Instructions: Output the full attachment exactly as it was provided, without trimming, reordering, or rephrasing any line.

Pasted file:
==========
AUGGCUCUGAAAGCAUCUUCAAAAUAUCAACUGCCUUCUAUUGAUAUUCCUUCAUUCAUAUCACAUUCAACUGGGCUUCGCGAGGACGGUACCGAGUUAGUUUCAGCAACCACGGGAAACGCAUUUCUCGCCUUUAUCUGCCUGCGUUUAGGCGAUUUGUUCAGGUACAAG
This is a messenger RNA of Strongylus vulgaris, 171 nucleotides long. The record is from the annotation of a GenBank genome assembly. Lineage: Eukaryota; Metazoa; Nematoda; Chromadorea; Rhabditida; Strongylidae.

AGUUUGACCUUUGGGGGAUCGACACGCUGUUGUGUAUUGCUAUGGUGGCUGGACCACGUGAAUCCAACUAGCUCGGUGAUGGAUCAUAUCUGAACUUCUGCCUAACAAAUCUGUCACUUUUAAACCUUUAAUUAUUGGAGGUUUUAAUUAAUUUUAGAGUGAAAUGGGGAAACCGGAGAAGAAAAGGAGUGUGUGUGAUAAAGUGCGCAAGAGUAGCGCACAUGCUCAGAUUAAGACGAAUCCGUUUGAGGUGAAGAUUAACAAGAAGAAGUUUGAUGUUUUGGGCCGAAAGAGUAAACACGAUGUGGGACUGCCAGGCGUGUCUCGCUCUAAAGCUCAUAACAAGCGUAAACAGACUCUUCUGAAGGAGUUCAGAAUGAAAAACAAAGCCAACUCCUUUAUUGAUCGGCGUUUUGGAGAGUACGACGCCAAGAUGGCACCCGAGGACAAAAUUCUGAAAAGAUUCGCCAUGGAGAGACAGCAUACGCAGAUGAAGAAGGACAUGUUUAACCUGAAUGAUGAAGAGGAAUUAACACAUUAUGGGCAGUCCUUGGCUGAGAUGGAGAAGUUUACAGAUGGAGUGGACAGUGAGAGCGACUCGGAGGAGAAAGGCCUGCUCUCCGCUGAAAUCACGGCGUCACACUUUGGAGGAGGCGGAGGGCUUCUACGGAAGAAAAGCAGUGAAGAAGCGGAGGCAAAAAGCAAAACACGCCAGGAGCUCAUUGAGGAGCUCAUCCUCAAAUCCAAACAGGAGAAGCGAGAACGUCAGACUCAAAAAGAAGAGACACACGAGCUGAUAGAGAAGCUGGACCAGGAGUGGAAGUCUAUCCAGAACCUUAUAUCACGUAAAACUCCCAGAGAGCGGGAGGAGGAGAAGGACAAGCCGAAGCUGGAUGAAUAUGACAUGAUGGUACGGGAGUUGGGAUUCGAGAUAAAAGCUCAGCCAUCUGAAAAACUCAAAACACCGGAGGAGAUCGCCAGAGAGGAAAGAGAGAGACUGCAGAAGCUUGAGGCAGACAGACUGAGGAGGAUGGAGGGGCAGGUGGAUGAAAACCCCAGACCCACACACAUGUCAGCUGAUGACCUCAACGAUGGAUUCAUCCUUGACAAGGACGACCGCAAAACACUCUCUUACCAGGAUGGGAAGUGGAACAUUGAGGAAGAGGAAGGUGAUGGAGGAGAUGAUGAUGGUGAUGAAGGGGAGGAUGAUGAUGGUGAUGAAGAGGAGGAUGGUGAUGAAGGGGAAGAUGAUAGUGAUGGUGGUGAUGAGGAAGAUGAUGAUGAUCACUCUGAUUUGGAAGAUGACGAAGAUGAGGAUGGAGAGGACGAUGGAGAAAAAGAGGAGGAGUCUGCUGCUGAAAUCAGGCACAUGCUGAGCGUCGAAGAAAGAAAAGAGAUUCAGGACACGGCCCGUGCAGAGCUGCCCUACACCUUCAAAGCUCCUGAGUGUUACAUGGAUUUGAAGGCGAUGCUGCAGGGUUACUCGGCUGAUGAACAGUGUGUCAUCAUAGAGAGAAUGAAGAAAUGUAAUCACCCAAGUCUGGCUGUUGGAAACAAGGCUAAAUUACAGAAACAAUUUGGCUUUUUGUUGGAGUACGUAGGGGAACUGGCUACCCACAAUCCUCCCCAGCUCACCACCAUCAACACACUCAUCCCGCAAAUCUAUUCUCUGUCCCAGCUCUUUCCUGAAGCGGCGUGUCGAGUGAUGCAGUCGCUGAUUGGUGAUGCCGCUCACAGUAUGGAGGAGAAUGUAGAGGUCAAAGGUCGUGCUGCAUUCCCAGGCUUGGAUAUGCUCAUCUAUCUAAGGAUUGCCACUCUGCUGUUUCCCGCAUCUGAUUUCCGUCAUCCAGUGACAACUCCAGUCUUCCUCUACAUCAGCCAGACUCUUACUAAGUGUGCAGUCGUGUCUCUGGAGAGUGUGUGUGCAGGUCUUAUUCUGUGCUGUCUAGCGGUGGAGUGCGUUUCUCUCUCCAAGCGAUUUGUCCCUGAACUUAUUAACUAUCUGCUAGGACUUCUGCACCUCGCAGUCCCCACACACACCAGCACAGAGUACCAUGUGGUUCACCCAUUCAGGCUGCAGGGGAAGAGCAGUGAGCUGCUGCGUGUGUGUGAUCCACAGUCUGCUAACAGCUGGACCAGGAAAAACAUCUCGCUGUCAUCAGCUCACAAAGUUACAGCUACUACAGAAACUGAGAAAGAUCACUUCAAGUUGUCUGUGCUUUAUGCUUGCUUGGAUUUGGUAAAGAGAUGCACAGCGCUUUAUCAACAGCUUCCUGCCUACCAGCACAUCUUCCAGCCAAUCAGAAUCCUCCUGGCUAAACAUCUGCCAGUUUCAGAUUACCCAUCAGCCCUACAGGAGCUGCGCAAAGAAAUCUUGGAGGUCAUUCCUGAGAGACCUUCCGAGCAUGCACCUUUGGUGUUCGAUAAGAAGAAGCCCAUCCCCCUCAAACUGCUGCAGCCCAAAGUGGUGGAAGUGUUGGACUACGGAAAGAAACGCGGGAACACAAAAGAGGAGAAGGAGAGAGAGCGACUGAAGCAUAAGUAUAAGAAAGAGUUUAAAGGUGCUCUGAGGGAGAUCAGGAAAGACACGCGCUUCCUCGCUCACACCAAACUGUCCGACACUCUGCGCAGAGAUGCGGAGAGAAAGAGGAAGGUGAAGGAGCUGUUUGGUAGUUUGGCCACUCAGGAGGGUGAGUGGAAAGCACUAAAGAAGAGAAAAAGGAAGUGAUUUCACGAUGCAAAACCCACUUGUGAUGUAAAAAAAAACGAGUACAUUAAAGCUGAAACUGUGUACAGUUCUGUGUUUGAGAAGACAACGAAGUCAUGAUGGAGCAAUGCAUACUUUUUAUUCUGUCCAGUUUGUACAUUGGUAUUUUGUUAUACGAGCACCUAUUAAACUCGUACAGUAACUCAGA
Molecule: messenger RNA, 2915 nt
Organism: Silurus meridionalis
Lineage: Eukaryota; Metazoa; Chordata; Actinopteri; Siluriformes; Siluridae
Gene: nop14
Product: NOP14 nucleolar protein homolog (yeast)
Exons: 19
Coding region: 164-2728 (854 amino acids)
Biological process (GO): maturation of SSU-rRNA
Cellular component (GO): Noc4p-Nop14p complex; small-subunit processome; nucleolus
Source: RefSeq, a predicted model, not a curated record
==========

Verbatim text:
AUGGCUCUGAAAGCAUCUUCAAAAUAUCAACUGCCUUCUAUUGAUAUUCCUUCAUUCAUAUCACAUUCAACUGGGCUUCGCGAGGACGGUACCGAGUUAGUUUCAGCAACCACGGGAAACGCAUUUCUCGCCUUUAUCUGCCUGCGUUUAGGCGAUUUGUUCAGGUACAAG
This is a messenger RNA of Strongylus vulgaris, 171 nucleotides long. The record is from the annotation of a GenBank genome assembly. Lineage: Eukaryota; Metazoa; Nematoda; Chromadorea; Rhabditida; Strongylidae.

AGUUUGACCUUUGGGGGAUCGACACGCUGUUGUGUAUUGCUAUGGUGGCUGGACCACGUGAAUCCAACUAGCUCGGUGAUGGAUCAUAUCUGAACUUCUGCCUAACAAAUCUGUCACUUUUAAACCUUUAAUUAUUGGAGGUUUUAAUUAAUUUUAGAGUGAAAUGGGGAAACCGGAGAAGAAAAGGAGUGUGUGUGAUAAAGUGCGCAAGAGUAGCGCACAUGCUCAGAUUAAGACGAAUCCGUUUGAGGUGAAGAUUAACAAGAAGAAGUUUGAUGUUUUGGGCCGAAAGAGUAAACACGAUGUGGGACUGCCAGGCGUGUCUCGCUCUAAAGCUCAUAACAAGCGUAAACAGACUCUUCUGAAGGAGUUCAGAAUGAAAAACAAAGCCAACUCCUUUAUUGAUCGGCGUUUUGGAGAGUACGACGCCAAGAUGGCACCCGAGGACAAAAUUCUGAAAAGAUUCGCCAUGGAGAGACAGCAUACGCAGAUGAAGAAGGACAUGUUUAACCUGAAUGAUGAAGAGGAAUUAACACAUUAUGGGCAGUCCUUGGCUGAGAUGGAGAAGUUUACAGAUGGAGUGGACAGUGAGAGCGACUCGGAGGAGAAAGGCCUGCUCUCCGCUGAAAUCACGGCGUCACACUUUGGAGGAGGCGGAGGGCUUCUACGGAAGAAAAGCAGUGAAGAAGCGGAGGCAAAAAGCAAAACACGCCAGGAGCUCAUUGAGGAGCUCAUCCUCAAAUCCAAACAGGAGAAGCGAGAACGUCAGACUCAAAAAGAAGAGACACACGAGCUGAUAGAGAAGCUGGACCAGGAGUGGAAGUCUAUCCAGAACCUUAUAUCACGUAAAACUCCCAGAGAGCGGGAGGAGGAGAAGGACAAGCCGAAGCUGGAUGAAUAUGACAUGAUGGUACGGGAGUUGGGAUUCGAGAUAAAAGCUCAGCCAUCUGAAAAACUCAAAACACCGGAGGAGAUCGCCAGAGAGGAAAGAGAGAGACUGCAGAAGCUUGAGGCAGACAGACUGAGGAGGAUGGAGGGGCAGGUGGAUGAAAACCCCAGACCCACACACAUGUCAGCUGAUGACCUCAACGAUGGAUUCAUCCUUGACAAGGACGACCGCAAAACACUCUCUUACCAGGAUGGGAAGUGGAACAUUGAGGAAGAGGAAGGUGAUGGAGGAGAUGAUGAUGGUGAUGAAGGGGAGGAUGAUGAUGGUGAUGAAGAGGAGGAUGGUGAUGAAGGGGAAGAUGAUAGUGAUGGUGGUGAUGAGGAAGAUGAUGAUGAUCACUCUGAUUUGGAAGAUGACGAAGAUGAGGAUGGAGAGGACGAUGGAGAAAAAGAGGAGGAGUCUGCUGCUGAAAUCAGGCACAUGCUGAGCGUCGAAGAAAGAAAAGAGAUUCAGGACACGGCCCGUGCAGAGCUGCCCUACACCUUCAAAGCUCCUGAGUGUUACAUGGAUUUGAAGGCGAUGCUGCAGGGUUACUCGGCUGAUGAACAGUGUGUCAUCAUAGAGAGAAUGAAGAAAUGUAAUCACCCAAGUCUGGCUGUUGGAAACAAGGCUAAAUUACAGAAACAAUUUGGCUUUUUGUUGGAGUACGUAGGGGAACUGGCUACCCACAAUCCUCCCCAGCUCACCACCAUCAACACACUCAUCCCGCAAAUCUAUUCUCUGUCCCAGCUCUUUCCUGAAGCGGCGUGUCGAGUGAUGCAGUCGCUGAUUGGUGAUGCCGCUCACAGUAUGGAGGAGAAUGUAGAGGUCAAAGGUCGUGCUGCAUUCCCAGGCUUGGAUAUGCUCAUCUAUCUAAGGAUUGCCACUCUGCUGUUUCCCGCAUCUGAUUUCCGUCAUCCAGUGACAACUCCAGUCUUCCUCUACAUCAGCCAGACUCUUACUAAGUGUGCAGUCGUGUCUCUGGAGAGUGUGUGUGCAGGUCUUAUUCUGUGCUGUCUAGCGGUGGAGUGCGUUUCUCUCUCCAAGCGAUUUGUCCCUGAACUUAUUAACUAUCUGCUAGGACUUCUGCACCUCGCAGUCCCCACACACACCAGCACAGAGUACCAUGUGGUUCACCCAUUCAGGCUGCAGGGGAAGAGCAGUGAGCUGCUGCGUGUGUGUGAUCCACAGUCUGCUAACAGCUGGACCAGGAAAAACAUCUCGCUGUCAUCAGCUCACAAAGUUACAGCUACUACAGAAACUGAGAAAGAUCACUUCAAGUUGUCUGUGCUUUAUGCUUGCUUGGAUUUGGUAAAGAGAUGCACAGCGCUUUAUCAACAGCUUCCUGCCUACCAGCACAUCUUCCAGCCAAUCAGAAUCCUCCUGGCUAAACAUCUGCCAGUUUCAGAUUACCCAUCAGCCCUACAGGAGCUGCGCAAAGAAAUCUUGGAGGUCAUUCCUGAGAGACCUUCCGAGCAUGCACCUUUGGUGUUCGAUAAGAAGAAGCCCAUCCCCCUCAAACUGCUGCAGCCCAAAGUGGUGGAAGUGUUGGACUACGGAAAGAAACGCGGGAACACAAAAGAGGAGAAGGAGAGAGAGCGACUGAAGCAUAAGUAUAAGAAAGAGUUUAAAGGUGCUCUGAGGGAGAUCAGGAAAGACACGCGCUUCCUCGCUCACACCAAACUGUCCGACACUCUGCGCAGAGAUGCGGAGAGAAAGAGGAAGGUGAAGGAGCUGUUUGGUAGUUUGGCCACUCAGGAGGGUGAGUGGAAAGCACUAAAGAAGAGAAAAAGGAAGUGAUUUCACGAUGCAAAACCCACUUGUGAUGUAAAAAAAAACGAGUACAUUAAAGCUGAAACUGUGUACAGUUCUGUGUUUGAGAAGACAACGAAGUCAUGAUGGAGCAAUGCAUACUUUUUAUUCUGUCCAGUUUGUACAUUGGUAUUUUGUUAUACGAGCACCUAUUAAACUCGUACAGUAACUCAGA
Molecule: messenger RNA, 2915 nt
Organism: Silurus meridionalis
Lineage: Eukaryota; Metazoa; Chordata; Actinopteri; Siluriformes; Siluridae
Gene: nop14
Product: NOP14 nucleolar protein homolog (yeast)
Exons: 19
Coding region: 164-2728 (854 amino acids)
Biological process (GO): maturation of SSU-rRNA
Cellular component (GO): Noc4p-Nop14p complex; small-subunit processome; nucleolus
Source: RefSeq, a predicted model, not a curated record